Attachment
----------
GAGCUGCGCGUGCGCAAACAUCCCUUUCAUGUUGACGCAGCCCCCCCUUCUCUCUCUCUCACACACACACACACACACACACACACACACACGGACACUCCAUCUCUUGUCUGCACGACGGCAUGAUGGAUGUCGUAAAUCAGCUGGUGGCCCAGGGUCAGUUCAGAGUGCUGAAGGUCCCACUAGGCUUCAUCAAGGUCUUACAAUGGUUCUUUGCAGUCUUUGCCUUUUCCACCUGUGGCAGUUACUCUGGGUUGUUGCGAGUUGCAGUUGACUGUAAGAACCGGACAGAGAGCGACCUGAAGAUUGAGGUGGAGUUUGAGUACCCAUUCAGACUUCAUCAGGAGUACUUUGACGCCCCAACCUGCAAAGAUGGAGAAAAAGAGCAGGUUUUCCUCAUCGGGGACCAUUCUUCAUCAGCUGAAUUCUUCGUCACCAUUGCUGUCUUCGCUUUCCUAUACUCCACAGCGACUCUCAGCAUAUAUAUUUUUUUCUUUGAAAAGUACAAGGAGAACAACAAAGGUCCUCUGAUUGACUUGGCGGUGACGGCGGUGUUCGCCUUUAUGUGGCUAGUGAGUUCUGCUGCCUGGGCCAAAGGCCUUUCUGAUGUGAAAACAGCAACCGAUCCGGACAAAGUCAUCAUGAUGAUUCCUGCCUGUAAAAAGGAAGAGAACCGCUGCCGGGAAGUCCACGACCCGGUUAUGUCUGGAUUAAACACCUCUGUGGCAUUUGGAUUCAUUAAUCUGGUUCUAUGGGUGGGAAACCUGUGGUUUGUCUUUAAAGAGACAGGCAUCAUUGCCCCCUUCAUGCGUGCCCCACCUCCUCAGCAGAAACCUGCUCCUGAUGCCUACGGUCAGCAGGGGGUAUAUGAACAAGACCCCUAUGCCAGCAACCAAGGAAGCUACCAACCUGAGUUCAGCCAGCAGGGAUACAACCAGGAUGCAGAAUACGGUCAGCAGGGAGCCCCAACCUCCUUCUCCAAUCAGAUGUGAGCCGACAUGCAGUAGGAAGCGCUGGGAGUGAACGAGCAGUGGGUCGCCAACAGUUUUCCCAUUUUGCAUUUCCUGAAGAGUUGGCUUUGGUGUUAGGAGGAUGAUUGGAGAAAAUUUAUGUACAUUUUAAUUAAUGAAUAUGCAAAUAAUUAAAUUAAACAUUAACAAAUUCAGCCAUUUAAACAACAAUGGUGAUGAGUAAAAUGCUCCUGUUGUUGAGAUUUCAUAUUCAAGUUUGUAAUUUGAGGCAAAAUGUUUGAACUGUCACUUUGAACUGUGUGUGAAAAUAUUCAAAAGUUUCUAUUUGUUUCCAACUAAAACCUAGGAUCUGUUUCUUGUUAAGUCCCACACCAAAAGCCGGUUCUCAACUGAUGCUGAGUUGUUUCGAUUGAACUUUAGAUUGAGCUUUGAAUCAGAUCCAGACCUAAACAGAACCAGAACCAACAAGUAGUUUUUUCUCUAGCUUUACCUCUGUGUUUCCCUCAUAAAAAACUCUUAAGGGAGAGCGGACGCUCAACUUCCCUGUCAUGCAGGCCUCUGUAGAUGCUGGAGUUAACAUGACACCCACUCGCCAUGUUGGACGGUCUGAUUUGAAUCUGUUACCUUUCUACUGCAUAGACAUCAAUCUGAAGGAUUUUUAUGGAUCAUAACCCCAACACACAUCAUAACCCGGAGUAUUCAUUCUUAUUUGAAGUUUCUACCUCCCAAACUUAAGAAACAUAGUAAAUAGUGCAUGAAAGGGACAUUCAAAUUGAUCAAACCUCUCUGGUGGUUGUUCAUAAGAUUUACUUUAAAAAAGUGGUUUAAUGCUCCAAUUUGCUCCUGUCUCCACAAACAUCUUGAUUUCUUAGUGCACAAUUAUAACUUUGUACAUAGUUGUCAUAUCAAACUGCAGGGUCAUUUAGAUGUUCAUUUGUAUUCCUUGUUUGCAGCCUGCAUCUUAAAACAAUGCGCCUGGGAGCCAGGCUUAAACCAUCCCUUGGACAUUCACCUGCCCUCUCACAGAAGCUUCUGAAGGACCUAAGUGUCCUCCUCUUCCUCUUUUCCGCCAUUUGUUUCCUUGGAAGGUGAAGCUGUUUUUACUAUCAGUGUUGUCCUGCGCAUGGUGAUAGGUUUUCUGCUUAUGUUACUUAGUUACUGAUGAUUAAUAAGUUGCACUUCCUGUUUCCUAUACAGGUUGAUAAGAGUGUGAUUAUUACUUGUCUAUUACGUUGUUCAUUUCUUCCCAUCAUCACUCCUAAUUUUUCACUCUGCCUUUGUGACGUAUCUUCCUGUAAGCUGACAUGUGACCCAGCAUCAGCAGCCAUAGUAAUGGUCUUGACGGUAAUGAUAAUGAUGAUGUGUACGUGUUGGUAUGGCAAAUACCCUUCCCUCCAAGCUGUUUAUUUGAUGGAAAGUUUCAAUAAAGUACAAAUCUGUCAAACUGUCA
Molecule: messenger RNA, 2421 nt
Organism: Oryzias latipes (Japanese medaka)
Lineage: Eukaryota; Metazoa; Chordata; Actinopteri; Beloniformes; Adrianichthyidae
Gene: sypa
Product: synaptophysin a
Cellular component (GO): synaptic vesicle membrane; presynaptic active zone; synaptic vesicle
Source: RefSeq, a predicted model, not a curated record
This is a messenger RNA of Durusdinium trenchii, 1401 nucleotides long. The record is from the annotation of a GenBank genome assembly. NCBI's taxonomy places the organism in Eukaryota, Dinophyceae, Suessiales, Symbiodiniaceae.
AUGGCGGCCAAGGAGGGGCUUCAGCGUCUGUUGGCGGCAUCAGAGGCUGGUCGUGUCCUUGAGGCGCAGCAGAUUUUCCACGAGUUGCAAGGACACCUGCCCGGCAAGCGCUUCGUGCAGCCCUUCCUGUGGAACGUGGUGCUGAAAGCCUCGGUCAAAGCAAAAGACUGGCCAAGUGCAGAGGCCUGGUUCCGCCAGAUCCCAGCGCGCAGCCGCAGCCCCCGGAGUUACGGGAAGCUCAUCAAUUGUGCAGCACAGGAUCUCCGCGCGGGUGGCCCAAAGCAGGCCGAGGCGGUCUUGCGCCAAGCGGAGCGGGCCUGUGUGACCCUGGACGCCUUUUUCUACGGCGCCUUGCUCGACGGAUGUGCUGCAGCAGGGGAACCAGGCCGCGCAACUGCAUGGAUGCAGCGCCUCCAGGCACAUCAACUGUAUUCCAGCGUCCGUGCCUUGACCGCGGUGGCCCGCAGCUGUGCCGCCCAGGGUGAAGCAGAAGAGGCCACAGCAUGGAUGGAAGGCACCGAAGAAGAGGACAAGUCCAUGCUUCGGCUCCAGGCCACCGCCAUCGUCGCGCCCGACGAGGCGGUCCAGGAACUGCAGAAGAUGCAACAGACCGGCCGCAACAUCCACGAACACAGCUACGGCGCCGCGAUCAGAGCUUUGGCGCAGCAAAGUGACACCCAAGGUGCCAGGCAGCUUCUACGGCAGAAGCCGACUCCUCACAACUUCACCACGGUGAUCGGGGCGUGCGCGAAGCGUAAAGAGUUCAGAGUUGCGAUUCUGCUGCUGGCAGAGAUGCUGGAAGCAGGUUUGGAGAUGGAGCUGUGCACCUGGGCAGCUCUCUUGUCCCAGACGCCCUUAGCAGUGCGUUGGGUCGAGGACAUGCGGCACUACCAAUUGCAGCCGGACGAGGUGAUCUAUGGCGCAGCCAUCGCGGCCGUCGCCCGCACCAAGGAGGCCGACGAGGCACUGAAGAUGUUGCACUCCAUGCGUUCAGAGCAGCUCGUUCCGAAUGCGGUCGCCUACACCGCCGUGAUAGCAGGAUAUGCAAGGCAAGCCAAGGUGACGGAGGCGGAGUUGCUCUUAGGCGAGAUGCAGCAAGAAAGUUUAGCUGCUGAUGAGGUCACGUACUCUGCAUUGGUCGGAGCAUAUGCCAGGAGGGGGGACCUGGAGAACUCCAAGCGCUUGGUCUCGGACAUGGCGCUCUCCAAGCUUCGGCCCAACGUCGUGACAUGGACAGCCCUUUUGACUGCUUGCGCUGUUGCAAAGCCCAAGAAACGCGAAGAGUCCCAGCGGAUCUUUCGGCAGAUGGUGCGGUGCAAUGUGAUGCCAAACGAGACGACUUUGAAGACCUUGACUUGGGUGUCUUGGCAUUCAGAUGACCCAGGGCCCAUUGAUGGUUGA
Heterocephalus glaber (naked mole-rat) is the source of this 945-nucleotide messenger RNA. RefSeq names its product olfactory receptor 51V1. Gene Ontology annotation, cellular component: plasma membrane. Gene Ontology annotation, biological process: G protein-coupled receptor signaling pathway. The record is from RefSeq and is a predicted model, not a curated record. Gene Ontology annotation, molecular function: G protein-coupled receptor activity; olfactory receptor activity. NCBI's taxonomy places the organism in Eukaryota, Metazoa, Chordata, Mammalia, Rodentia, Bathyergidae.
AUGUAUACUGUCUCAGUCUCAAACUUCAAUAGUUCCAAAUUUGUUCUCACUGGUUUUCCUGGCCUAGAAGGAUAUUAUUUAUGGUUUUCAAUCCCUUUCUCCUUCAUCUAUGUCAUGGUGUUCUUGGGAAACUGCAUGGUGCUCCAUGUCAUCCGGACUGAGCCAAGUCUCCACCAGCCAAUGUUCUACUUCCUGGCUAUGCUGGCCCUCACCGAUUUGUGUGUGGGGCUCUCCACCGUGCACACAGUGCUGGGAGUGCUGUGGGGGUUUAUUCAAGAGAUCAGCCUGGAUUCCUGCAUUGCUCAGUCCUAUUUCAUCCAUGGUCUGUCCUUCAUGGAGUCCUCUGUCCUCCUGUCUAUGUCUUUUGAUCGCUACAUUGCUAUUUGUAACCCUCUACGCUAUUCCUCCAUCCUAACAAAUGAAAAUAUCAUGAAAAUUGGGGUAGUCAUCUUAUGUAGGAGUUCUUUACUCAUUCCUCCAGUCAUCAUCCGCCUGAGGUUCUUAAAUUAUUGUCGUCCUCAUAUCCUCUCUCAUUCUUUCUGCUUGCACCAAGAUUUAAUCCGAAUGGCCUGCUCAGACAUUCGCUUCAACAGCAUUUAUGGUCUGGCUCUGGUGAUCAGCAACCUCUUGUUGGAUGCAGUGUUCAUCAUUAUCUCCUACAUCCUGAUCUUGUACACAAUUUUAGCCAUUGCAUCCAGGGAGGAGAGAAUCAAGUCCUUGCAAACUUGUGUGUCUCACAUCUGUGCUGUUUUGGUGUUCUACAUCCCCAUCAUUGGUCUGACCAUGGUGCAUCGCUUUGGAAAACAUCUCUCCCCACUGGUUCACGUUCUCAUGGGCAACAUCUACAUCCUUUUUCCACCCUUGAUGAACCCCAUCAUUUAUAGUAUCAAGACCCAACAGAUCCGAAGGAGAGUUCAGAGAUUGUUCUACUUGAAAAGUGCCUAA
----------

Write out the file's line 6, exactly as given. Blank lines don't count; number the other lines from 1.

Product: synaptophysin a